If the posterior density distributions have converged, the traces of the MCMC chains should mix well.
Running means should converge if the MCMC chains are mixing well.
If the shrink factor (a.k.a. potential scale reduction factor) stabilizes below a value of about 1.1 or 1.2 then convergence has probably occurred.
This web app provides easy-to-use means for Bayesian Prevalence Estimation under Misclassification (in short, BayesPEM). Misclassifications occur when diagnostic tests are imperfect, with test characteristics —sensitivity and/or specificity— smaller than one.
In a Bayesian framework, probabilities are not interpreted as long-term frequencies but rather as quantities that represent a state of knowledge or belief about the true state of the world. In Bayesian inference, prior knowledge needs to be specified first. Then, a likelihood function for the available data is used to update this knowledge according to Bayes' theorem, yielding the posterior knowledge.
In the BayesPEM web app, prior knowledge or belief about the true prevalence as well as the sensitivity and specificity of the diagnostic test is expressed in terms of probability distributions. Prior knowledge may derive from previous studies or expert opinion. Data from the application of the diagnostic test to the test samples are entered, and upon running the model the web app updates the probability distributions which then describe the posterior knowledge about the true prevalence (and the sensitivity/specificity).
However, the posterior probability distribution can not be calculated analytically. Instead, it is numerically approximated by random sampling algorithms referred to as Monte Carlo Markov Chain (MCMC) methods. To ensure that values are sampled from a stationary distribution, so-called convergence diagnostics are evaluated, both automatically by the algorithm as well as through visual inspection of diagnostic plots by the web app user. If convergence of the chains has been achieved, the posterior probability distribution represents the updated knowledge about the true prevalence as well as the sensitivity/specificity. The mode of the distribution provides a point estimate for the true prevalence. The broader the probability distribution, the less certain the knowledge about the true prevalence is. The 95% highest density interval (HDI) denotes the range of prevalence estimates that together account for 95% of the probability mass of the distribution. Any value outside the 95% HDI has less probability than the values inside of it. Therefore, the 95% HDI constitutes a natural measure of uncertainty for the estimate.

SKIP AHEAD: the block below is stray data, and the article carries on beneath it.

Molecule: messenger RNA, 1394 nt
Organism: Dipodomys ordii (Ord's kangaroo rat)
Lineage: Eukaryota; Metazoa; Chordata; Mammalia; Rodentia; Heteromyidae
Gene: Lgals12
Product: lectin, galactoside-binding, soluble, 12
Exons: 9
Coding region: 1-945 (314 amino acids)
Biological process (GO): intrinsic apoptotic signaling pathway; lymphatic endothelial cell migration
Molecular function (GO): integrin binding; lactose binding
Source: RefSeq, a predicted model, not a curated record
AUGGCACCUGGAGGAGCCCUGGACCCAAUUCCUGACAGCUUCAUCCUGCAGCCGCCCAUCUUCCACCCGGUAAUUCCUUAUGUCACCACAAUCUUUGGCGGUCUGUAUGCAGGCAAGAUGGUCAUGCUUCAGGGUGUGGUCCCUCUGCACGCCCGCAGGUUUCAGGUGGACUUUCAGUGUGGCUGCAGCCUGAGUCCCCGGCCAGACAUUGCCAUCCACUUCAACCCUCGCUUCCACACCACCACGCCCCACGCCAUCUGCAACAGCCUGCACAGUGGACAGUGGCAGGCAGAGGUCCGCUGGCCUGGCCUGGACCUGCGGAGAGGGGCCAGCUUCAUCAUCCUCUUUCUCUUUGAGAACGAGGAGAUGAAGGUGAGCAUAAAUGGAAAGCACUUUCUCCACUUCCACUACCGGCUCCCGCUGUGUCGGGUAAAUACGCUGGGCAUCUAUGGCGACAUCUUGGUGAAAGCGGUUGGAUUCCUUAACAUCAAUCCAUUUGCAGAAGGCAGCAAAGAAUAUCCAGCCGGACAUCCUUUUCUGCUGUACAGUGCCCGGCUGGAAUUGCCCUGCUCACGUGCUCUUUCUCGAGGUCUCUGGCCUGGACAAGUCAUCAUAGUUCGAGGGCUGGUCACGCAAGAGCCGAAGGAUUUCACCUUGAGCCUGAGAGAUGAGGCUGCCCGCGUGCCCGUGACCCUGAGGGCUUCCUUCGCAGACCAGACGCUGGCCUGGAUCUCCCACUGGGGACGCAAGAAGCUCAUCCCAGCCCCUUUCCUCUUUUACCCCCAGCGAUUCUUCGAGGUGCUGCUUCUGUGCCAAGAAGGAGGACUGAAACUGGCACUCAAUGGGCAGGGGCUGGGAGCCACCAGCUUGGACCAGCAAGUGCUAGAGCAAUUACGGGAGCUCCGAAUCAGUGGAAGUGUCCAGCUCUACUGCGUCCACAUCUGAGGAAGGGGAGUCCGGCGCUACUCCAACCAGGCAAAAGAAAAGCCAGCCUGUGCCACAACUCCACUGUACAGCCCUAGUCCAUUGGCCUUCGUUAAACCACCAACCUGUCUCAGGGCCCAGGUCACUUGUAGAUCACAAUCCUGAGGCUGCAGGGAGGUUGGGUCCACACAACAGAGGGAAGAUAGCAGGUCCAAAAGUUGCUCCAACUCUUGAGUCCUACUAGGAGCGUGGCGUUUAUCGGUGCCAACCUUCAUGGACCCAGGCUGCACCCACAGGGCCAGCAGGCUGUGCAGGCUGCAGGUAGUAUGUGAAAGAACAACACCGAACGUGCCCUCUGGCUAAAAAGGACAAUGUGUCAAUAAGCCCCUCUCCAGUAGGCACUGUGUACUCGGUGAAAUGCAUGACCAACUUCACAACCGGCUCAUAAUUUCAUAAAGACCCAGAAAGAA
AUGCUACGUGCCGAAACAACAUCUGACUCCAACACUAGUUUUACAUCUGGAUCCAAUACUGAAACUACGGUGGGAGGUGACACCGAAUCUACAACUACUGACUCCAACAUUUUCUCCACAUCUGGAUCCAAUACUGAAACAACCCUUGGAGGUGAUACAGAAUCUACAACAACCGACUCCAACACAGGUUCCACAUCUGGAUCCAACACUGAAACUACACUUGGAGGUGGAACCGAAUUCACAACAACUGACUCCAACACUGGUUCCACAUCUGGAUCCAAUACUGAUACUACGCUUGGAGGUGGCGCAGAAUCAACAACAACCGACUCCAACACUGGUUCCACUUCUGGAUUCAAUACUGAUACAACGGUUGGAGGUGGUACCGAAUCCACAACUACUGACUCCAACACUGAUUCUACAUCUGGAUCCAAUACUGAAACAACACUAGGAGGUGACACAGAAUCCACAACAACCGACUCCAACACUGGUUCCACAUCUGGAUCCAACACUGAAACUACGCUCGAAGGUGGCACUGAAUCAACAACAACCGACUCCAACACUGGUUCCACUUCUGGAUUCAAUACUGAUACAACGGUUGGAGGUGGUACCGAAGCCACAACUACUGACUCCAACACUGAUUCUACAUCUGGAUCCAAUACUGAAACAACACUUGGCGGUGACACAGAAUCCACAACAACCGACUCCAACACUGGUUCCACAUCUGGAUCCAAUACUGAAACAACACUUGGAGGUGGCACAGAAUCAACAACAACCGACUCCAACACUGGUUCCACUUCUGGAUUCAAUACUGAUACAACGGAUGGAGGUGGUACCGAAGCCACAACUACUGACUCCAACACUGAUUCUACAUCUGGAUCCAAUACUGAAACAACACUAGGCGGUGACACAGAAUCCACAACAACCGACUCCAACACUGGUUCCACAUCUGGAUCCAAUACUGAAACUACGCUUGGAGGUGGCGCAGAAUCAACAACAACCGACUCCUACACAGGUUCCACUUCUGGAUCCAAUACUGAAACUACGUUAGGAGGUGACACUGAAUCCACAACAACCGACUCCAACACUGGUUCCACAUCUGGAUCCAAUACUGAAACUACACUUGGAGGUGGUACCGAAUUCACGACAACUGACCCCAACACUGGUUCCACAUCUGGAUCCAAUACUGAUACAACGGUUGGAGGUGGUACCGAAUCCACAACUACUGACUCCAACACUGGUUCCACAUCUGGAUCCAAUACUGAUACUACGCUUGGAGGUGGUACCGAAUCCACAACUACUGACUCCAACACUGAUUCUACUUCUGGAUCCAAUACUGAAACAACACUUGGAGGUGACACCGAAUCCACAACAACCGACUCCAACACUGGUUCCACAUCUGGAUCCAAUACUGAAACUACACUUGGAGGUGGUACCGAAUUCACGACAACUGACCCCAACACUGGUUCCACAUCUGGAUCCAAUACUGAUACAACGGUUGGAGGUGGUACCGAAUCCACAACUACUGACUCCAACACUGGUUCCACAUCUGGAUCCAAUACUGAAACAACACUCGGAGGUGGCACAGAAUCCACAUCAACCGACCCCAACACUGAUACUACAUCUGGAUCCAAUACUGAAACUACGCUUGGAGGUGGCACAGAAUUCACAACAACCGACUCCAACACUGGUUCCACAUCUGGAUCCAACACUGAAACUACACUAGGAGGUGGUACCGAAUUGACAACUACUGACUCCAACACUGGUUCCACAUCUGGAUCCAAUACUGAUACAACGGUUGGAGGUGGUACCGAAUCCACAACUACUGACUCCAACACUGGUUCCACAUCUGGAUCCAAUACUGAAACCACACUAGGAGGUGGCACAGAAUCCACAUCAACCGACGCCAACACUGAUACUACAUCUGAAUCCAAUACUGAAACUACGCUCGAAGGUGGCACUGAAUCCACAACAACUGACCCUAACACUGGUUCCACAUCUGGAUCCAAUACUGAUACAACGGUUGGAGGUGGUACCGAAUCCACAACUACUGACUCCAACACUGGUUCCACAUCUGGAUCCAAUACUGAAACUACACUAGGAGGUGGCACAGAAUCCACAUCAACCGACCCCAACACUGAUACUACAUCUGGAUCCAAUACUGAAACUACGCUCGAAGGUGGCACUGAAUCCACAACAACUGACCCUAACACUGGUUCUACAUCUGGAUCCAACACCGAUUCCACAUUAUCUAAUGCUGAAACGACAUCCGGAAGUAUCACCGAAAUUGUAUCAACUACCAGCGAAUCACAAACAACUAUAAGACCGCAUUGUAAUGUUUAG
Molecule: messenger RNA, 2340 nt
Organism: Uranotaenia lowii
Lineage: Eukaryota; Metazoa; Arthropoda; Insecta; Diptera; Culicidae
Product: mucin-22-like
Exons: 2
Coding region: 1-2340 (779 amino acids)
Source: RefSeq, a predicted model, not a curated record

|This web application was developed at the Federal Institute for Risk Assessment (BfR) as part of the ZooGloW project.|
The application runs JAGS (Just Another Gibbs Sampler) in the background.
Use of the following R packages is acknowledged: